By Charlotte McEleny, Asia Editor

June 30, 2020 | 6 min read

As one of China’s biggest e-commerce brands, found itself in the middle of the coronavirus pandemic with consumer need for its products and services growing during the lockdown. However, the retailer stuck to a guiding principle that it would only do anything if it created value.

The company has also witnessed major shifts in consumer behaviour throughout each part of the pandemic, from the initial stages and lockdown to a return to normal after. senior manager, global corporate affairs Ella Kidron, explains that the items people bought followed a distinct pattern as the pandemic progressed.

“We have looked at consumption and the structure of consumption throughout. At the beginning of the epidemic, a huge portion of people's consumption would be spent on medical needs, prevention or anti-epidemic prevention materials. Then if you go a little bit further in, there was definitely a spike in fresh produce, meat and vegetables.

"As the epidemic started to ease in China, we got a spike in purchases outdoor supplies, which signifies that things might be getting better. After the lockdown, especially in the epidemic Epicenter, we saw a lot more installation of home appliances."

Kidron believes the spike in home appliances is indicative of the fact that people wouldn’t have been able to buy these prior to the lockdown lifting because they wouldn’t have been able to have them installed.

From a demographic perspective, Kidron says younger generations bought a lot more grocery items and larger household purchases, which showed that they were taking on the responsibility of shopping for their families.

Likewise, there was more shopping from lower-tier regions and cities, which may have been because people stayed at home with families, rather than returning back to the major cities where they worked.

One of the major areas ended up adding value to Chinese people during the pandemic tied directly to these consumer behaviour trends. A product the company launched in late 2019, digital health service JD Health, suddenly found a huge audience as people sought medical advice online.

“JD Health was actually launched online at the end of last year as a medical consultant, like an internet hospital. What happened in the pandemic is that there were a lot of people with different questions, whether it was concerns around whether they had coronavirus, or to differentiate the symptoms of the common cold, or how to maintain a chronic disease when you can't get to the hospital.

"The role the online consulting services played was when people couldn't get to the doctor or when they had immediate questions as they could rely on the service. We have also been offering it for free throughout the entirety of the pandemic."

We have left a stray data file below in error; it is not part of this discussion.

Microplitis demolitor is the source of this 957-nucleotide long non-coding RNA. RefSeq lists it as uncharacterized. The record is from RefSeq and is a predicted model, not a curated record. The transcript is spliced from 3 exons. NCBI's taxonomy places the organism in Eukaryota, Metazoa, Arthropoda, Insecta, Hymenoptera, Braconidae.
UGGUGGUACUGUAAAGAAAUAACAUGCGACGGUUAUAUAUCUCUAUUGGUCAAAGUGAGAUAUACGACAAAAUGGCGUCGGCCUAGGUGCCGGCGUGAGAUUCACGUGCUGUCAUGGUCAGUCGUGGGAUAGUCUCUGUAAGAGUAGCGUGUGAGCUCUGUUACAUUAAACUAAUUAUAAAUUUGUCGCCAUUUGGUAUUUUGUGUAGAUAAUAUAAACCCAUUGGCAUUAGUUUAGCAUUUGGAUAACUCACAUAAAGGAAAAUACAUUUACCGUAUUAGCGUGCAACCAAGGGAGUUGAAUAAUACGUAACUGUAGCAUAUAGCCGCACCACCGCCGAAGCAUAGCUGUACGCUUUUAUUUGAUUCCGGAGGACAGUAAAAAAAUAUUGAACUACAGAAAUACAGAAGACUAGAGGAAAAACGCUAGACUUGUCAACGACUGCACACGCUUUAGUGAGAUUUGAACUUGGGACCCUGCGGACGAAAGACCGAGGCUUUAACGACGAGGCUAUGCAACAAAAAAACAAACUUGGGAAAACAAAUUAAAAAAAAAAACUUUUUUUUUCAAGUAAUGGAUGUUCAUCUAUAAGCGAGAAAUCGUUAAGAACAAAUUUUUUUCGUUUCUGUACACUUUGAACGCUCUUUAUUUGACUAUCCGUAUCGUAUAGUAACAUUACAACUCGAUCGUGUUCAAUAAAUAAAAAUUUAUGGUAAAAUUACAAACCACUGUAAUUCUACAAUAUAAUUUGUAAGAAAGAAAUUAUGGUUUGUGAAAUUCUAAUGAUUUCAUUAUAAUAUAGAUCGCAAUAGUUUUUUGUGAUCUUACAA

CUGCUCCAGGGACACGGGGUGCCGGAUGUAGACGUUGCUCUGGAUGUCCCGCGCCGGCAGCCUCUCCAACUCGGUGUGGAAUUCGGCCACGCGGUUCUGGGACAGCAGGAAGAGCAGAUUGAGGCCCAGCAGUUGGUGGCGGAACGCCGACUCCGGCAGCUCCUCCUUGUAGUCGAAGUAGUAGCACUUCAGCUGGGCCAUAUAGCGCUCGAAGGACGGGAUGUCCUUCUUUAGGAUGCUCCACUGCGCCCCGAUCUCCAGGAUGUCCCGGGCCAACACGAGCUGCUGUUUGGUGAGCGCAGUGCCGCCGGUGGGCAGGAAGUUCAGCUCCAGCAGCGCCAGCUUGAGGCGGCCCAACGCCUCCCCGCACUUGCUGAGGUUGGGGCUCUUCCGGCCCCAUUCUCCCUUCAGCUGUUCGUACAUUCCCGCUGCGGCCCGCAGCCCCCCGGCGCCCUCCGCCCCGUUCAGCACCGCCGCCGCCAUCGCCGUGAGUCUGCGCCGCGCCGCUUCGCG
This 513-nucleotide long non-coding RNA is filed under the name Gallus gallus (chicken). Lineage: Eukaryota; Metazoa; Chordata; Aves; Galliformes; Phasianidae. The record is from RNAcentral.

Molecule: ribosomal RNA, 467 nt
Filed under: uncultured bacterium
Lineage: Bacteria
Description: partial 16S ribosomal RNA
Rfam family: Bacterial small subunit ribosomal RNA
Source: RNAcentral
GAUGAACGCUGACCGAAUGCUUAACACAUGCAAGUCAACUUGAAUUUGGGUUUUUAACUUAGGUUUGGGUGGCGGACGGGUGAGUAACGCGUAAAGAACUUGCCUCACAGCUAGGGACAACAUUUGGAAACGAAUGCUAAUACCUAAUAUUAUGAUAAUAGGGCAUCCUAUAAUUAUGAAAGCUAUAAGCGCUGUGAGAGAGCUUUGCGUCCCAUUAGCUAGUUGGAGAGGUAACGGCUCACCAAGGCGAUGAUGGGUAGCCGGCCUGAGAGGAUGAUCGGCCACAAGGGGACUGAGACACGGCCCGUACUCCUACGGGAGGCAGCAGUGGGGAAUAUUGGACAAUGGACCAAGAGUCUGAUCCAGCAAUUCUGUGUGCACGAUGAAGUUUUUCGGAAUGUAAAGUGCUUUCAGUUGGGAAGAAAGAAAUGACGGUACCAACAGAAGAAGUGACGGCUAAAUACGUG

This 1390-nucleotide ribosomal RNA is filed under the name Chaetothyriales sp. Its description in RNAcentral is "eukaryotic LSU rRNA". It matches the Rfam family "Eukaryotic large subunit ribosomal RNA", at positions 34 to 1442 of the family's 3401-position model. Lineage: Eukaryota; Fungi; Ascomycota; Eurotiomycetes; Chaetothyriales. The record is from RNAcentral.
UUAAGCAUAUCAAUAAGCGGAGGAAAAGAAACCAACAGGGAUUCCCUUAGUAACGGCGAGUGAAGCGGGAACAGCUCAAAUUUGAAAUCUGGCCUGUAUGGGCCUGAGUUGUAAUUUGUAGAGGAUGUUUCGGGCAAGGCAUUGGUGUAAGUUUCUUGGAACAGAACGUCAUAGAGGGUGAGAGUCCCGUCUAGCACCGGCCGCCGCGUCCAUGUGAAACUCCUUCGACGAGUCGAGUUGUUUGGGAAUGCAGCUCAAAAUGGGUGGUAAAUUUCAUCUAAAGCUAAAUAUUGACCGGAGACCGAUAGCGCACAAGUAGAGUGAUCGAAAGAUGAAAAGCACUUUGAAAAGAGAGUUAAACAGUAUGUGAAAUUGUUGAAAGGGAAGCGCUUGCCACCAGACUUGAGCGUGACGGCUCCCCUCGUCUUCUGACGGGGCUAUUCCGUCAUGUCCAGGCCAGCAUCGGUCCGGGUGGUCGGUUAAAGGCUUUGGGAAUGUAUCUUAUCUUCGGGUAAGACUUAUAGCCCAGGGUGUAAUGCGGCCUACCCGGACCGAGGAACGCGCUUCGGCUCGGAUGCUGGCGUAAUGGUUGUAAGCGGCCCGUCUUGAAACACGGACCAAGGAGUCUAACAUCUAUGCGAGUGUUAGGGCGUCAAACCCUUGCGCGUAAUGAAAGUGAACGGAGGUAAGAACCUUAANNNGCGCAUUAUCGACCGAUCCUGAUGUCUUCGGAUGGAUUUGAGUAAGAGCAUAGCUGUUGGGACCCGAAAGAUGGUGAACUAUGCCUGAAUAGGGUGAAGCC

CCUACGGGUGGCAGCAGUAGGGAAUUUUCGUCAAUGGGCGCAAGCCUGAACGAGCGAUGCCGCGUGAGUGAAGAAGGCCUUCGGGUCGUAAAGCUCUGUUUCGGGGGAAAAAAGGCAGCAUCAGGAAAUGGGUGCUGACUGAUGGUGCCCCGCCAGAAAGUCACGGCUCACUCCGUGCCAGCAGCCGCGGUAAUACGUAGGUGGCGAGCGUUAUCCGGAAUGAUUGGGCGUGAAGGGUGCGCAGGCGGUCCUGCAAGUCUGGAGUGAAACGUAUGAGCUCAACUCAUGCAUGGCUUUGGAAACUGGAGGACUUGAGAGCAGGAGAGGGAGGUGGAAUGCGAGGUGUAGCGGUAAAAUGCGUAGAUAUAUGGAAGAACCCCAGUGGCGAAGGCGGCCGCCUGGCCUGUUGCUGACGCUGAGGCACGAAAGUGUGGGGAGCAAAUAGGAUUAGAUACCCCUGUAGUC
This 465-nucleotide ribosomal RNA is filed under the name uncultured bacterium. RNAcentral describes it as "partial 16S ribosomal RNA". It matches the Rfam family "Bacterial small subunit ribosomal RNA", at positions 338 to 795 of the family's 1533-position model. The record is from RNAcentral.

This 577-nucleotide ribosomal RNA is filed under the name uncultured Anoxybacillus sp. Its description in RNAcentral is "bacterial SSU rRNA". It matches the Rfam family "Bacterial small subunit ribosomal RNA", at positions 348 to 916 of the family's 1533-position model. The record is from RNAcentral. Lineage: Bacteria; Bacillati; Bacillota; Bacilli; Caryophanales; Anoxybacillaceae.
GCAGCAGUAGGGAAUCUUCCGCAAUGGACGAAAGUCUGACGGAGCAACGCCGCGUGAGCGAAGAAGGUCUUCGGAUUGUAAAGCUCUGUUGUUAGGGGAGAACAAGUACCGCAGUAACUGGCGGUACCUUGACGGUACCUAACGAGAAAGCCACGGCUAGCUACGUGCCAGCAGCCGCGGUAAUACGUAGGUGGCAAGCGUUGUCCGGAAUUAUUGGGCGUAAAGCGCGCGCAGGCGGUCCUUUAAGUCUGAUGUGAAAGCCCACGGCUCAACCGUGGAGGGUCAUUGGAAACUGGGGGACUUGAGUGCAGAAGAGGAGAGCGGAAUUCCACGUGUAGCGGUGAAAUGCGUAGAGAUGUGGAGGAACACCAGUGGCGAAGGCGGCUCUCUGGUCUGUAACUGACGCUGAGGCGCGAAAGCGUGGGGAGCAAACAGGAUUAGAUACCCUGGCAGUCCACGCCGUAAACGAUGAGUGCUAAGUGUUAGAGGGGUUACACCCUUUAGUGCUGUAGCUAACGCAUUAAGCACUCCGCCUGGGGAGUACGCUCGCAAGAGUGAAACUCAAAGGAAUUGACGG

While some of the projects launched in the past six months perfectly correlated alongside consumer trends and needs, the role of the company was also to find ways in which it could spark new behaviours, particularly for its brand partners.

One of the best examples of this is the launch of its virtual clubbing service, which brought DJ talent from Taihe Music Group to users via a live steam, all the while promoting its alcohol brand partners to the audience via e-commerce. It’s a project that was born purely because of the pandemic but Kidron says it’s become a permanent fixture even post-lockdown.

“You could dance around in your living room if you want but the stream allows the brand to come in throughout the entire session to introduce different liquor products and sell them with a discount. What's great about that is it gives the brand an opportunity to introduce themselves tell a little bit more of their brand story. In the virtual scenario that's very much how you'd encounter such a brand offline.

“This was something to address the pandemic and the fact that clubs and bars are closed, that people are bored, but because it was so popular, it's become one of the mainstays for us in the liquor department,” she adds.

Kidron and’s lessons from throughout the pandemic may have been based entirely on Chinese consumers experiences but the trends towards e-commerce, live streaming and the digitisation of services are all global trends.

Kidron spoke with APAC publisher Charlotte McEleny as part of The Drum’s Can-Do Festival, an online event celebrating the positive energy, innovation and creative thinking that can make the marketing community such a powerful force for good. You can watch the interview in full here.

Sign up to watch forthcoming sessions and see the full Can-Do schedule here.

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